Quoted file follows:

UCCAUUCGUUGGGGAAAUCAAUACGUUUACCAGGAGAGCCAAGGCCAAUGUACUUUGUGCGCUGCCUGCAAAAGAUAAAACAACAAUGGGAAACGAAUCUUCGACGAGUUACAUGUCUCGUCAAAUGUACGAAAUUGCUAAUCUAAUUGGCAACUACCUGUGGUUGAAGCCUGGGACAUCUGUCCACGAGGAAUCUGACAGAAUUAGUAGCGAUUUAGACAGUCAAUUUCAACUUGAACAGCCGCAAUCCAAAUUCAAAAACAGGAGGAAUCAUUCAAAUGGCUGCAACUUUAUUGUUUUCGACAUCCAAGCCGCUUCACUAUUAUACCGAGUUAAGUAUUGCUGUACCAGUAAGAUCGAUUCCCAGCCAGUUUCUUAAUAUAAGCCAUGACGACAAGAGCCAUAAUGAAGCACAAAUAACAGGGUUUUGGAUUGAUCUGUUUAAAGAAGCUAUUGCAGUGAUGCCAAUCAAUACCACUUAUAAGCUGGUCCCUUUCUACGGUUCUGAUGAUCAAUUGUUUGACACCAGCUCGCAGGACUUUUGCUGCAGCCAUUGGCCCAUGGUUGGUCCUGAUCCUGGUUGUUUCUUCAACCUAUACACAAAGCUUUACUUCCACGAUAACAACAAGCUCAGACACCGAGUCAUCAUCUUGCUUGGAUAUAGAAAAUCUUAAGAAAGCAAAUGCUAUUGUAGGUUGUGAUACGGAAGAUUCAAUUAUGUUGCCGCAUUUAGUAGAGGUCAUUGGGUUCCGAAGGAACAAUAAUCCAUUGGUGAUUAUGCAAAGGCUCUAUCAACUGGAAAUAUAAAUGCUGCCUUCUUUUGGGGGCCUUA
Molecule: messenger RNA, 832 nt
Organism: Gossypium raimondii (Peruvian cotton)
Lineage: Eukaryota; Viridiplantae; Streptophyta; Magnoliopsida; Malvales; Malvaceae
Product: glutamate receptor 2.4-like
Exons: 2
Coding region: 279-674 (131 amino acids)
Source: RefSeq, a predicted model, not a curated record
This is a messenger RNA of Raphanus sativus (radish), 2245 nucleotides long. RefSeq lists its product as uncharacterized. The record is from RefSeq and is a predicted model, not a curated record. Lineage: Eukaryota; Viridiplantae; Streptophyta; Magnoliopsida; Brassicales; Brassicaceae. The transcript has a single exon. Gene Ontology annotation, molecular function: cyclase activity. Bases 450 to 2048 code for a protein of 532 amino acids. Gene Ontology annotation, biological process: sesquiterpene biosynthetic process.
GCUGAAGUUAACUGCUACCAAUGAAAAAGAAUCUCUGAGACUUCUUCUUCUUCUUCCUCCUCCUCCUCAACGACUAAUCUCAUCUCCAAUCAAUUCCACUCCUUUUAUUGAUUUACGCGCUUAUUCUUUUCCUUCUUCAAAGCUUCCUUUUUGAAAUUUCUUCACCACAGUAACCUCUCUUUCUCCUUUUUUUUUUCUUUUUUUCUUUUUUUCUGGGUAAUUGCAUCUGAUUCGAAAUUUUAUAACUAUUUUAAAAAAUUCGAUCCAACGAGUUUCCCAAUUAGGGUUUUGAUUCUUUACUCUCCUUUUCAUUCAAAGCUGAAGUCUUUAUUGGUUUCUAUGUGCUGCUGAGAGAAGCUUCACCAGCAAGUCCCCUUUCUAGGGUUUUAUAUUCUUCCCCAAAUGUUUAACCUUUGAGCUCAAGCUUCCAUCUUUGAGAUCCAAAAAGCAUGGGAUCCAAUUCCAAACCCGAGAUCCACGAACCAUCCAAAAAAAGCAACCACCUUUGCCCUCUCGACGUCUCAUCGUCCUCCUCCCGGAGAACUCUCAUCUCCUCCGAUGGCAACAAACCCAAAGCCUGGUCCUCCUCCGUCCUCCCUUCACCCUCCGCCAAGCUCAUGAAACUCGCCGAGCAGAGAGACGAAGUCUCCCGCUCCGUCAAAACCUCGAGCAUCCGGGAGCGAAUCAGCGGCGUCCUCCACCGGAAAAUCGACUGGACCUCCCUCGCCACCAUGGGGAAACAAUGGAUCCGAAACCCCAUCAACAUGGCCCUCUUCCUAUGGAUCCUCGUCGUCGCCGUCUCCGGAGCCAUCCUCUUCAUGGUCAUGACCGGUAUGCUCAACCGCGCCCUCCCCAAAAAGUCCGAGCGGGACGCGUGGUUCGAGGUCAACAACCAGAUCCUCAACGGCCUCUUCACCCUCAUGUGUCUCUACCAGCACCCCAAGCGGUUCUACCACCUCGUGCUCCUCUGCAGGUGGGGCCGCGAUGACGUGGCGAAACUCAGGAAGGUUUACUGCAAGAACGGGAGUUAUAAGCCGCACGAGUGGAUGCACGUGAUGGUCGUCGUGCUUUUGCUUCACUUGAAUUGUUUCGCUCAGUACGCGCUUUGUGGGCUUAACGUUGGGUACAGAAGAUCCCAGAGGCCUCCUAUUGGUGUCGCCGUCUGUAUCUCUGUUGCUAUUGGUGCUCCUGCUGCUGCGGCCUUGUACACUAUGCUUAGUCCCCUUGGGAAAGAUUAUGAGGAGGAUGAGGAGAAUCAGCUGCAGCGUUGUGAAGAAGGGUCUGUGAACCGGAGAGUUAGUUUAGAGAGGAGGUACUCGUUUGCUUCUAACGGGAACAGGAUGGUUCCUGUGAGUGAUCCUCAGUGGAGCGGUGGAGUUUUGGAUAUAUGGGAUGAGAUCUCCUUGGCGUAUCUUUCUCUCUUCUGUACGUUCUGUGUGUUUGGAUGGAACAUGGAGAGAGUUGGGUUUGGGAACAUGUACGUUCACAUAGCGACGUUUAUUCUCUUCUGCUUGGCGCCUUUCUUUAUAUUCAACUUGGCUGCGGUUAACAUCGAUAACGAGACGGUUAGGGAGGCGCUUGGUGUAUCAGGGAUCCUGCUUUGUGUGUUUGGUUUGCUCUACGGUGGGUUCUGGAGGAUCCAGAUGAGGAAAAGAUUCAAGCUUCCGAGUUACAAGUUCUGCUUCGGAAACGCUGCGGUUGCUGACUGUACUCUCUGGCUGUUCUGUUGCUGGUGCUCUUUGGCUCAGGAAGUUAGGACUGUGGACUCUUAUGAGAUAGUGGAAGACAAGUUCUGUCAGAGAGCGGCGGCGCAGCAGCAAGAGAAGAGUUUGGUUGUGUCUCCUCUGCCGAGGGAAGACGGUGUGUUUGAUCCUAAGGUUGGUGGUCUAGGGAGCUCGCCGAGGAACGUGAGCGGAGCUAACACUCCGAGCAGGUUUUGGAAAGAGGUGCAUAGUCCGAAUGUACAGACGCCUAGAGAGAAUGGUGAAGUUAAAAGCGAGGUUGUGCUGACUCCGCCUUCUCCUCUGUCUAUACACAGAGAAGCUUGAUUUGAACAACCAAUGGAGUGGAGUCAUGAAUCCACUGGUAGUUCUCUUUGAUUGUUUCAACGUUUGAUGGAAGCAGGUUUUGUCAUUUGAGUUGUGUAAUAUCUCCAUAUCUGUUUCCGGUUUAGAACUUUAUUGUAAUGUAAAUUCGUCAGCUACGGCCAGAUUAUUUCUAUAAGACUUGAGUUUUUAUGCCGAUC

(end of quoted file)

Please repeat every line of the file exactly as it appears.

UCCAUUCGUUGGGGAAAUCAAUACGUUUACCAGGAGAGCCAAGGCCAAUGUACUUUGUGCGCUGCCUGCAAAAGAUAAAACAACAAUGGGAAACGAAUCUUCGACGAGUUACAUGUCUCGUCAAAUGUACGAAAUUGCUAAUCUAAUUGGCAACUACCUGUGGUUGAAGCCUGGGACAUCUGUCCACGAGGAAUCUGACAGAAUUAGUAGCGAUUUAGACAGUCAAUUUCAACUUGAACAGCCGCAAUCCAAAUUCAAAAACAGGAGGAAUCAUUCAAAUGGCUGCAACUUUAUUGUUUUCGACAUCCAAGCCGCUUCACUAUUAUACCGAGUUAAGUAUUGCUGUACCAGUAAGAUCGAUUCCCAGCCAGUUUCUUAAUAUAAGCCAUGACGACAAGAGCCAUAAUGAAGCACAAAUAACAGGGUUUUGGAUUGAUCUGUUUAAAGAAGCUAUUGCAGUGAUGCCAAUCAAUACCACUUAUAAGCUGGUCCCUUUCUACGGUUCUGAUGAUCAAUUGUUUGACACCAGCUCGCAGGACUUUUGCUGCAGCCAUUGGCCCAUGGUUGGUCCUGAUCCUGGUUGUUUCUUCAACCUAUACACAAAGCUUUACUUCCACGAUAACAACAAGCUCAGACACCGAGUCAUCAUCUUGCUUGGAUAUAGAAAAUCUUAAGAAAGCAAAUGCUAUUGUAGGUUGUGAUACGGAAGAUUCAAUUAUGUUGCCGCAUUUAGUAGAGGUCAUUGGGUUCCGAAGGAACAAUAAUCCAUUGGUGAUUAUGCAAAGGCUCUAUCAACUGGAAAUAUAAAUGCUGCCUUCUUUUGGGGGCCUUA
Molecule: messenger RNA, 832 nt
Organism: Gossypium raimondii (Peruvian cotton)
Lineage: Eukaryota; Viridiplantae; Streptophyta; Magnoliopsida; Malvales; Malvaceae
Product: glutamate receptor 2.4-like
Exons: 2
Coding region: 279-674 (131 amino acids)
Source: RefSeq, a predicted model, not a curated record
This is a messenger RNA of Raphanus sativus (radish), 2245 nucleotides long. RefSeq lists its product as uncharacterized. The record is from RefSeq and is a predicted model, not a curated record. Lineage: Eukaryota; Viridiplantae; Streptophyta; Magnoliopsida; Brassicales; Brassicaceae. The transcript has a single exon. Gene Ontology annotation, molecular function: cyclase activity. Bases 450 to 2048 code for a protein of 532 amino acids. Gene Ontology annotation, biological process: sesquiterpene biosynthetic process.
GCUGAAGUUAACUGCUACCAAUGAAAAAGAAUCUCUGAGACUUCUUCUUCUUCUUCCUCCUCCUCCUCAACGACUAAUCUCAUCUCCAAUCAAUUCCACUCCUUUUAUUGAUUUACGCGCUUAUUCUUUUCCUUCUUCAAAGCUUCCUUUUUGAAAUUUCUUCACCACAGUAACCUCUCUUUCUCCUUUUUUUUUUCUUUUUUUCUUUUUUUCUGGGUAAUUGCAUCUGAUUCGAAAUUUUAUAACUAUUUUAAAAAAUUCGAUCCAACGAGUUUCCCAAUUAGGGUUUUGAUUCUUUACUCUCCUUUUCAUUCAAAGCUGAAGUCUUUAUUGGUUUCUAUGUGCUGCUGAGAGAAGCUUCACCAGCAAGUCCCCUUUCUAGGGUUUUAUAUUCUUCCCCAAAUGUUUAACCUUUGAGCUCAAGCUUCCAUCUUUGAGAUCCAAAAAGCAUGGGAUCCAAUUCCAAACCCGAGAUCCACGAACCAUCCAAAAAAAGCAACCACCUUUGCCCUCUCGACGUCUCAUCGUCCUCCUCCCGGAGAACUCUCAUCUCCUCCGAUGGCAACAAACCCAAAGCCUGGUCCUCCUCCGUCCUCCCUUCACCCUCCGCCAAGCUCAUGAAACUCGCCGAGCAGAGAGACGAAGUCUCCCGCUCCGUCAAAACCUCGAGCAUCCGGGAGCGAAUCAGCGGCGUCCUCCACCGGAAAAUCGACUGGACCUCCCUCGCCACCAUGGGGAAACAAUGGAUCCGAAACCCCAUCAACAUGGCCCUCUUCCUAUGGAUCCUCGUCGUCGCCGUCUCCGGAGCCAUCCUCUUCAUGGUCAUGACCGGUAUGCUCAACCGCGCCCUCCCCAAAAAGUCCGAGCGGGACGCGUGGUUCGAGGUCAACAACCAGAUCCUCAACGGCCUCUUCACCCUCAUGUGUCUCUACCAGCACCCCAAGCGGUUCUACCACCUCGUGCUCCUCUGCAGGUGGGGCCGCGAUGACGUGGCGAAACUCAGGAAGGUUUACUGCAAGAACGGGAGUUAUAAGCCGCACGAGUGGAUGCACGUGAUGGUCGUCGUGCUUUUGCUUCACUUGAAUUGUUUCGCUCAGUACGCGCUUUGUGGGCUUAACGUUGGGUACAGAAGAUCCCAGAGGCCUCCUAUUGGUGUCGCCGUCUGUAUCUCUGUUGCUAUUGGUGCUCCUGCUGCUGCGGCCUUGUACACUAUGCUUAGUCCCCUUGGGAAAGAUUAUGAGGAGGAUGAGGAGAAUCAGCUGCAGCGUUGUGAAGAAGGGUCUGUGAACCGGAGAGUUAGUUUAGAGAGGAGGUACUCGUUUGCUUCUAACGGGAACAGGAUGGUUCCUGUGAGUGAUCCUCAGUGGAGCGGUGGAGUUUUGGAUAUAUGGGAUGAGAUCUCCUUGGCGUAUCUUUCUCUCUUCUGUACGUUCUGUGUGUUUGGAUGGAACAUGGAGAGAGUUGGGUUUGGGAACAUGUACGUUCACAUAGCGACGUUUAUUCUCUUCUGCUUGGCGCCUUUCUUUAUAUUCAACUUGGCUGCGGUUAACAUCGAUAACGAGACGGUUAGGGAGGCGCUUGGUGUAUCAGGGAUCCUGCUUUGUGUGUUUGGUUUGCUCUACGGUGGGUUCUGGAGGAUCCAGAUGAGGAAAAGAUUCAAGCUUCCGAGUUACAAGUUCUGCUUCGGAAACGCUGCGGUUGCUGACUGUACUCUCUGGCUGUUCUGUUGCUGGUGCUCUUUGGCUCAGGAAGUUAGGACUGUGGACUCUUAUGAGAUAGUGGAAGACAAGUUCUGUCAGAGAGCGGCGGCGCAGCAGCAAGAGAAGAGUUUGGUUGUGUCUCCUCUGCCGAGGGAAGACGGUGUGUUUGAUCCUAAGGUUGGUGGUCUAGGGAGCUCGCCGAGGAACGUGAGCGGAGCUAACACUCCGAGCAGGUUUUGGAAAGAGGUGCAUAGUCCGAAUGUACAGACGCCUAGAGAGAAUGGUGAAGUUAAAAGCGAGGUUGUGCUGACUCCGCCUUCUCCUCUGUCUAUACACAGAGAAGCUUGAUUUGAACAACCAAUGGAGUGGAGUCAUGAAUCCACUGGUAGUUCUCUUUGAUUGUUUCAACGUUUGAUGGAAGCAGGUUUUGUCAUUUGAGUUGUGUAAUAUCUCCAUAUCUGUUUCCGGUUUAGAACUUUAUUGUAAUGUAAAUUCGUCAGCUACGGCCAGAUUAUUUCUAUAAGACUUGAGUUUUUAUGCCGAUC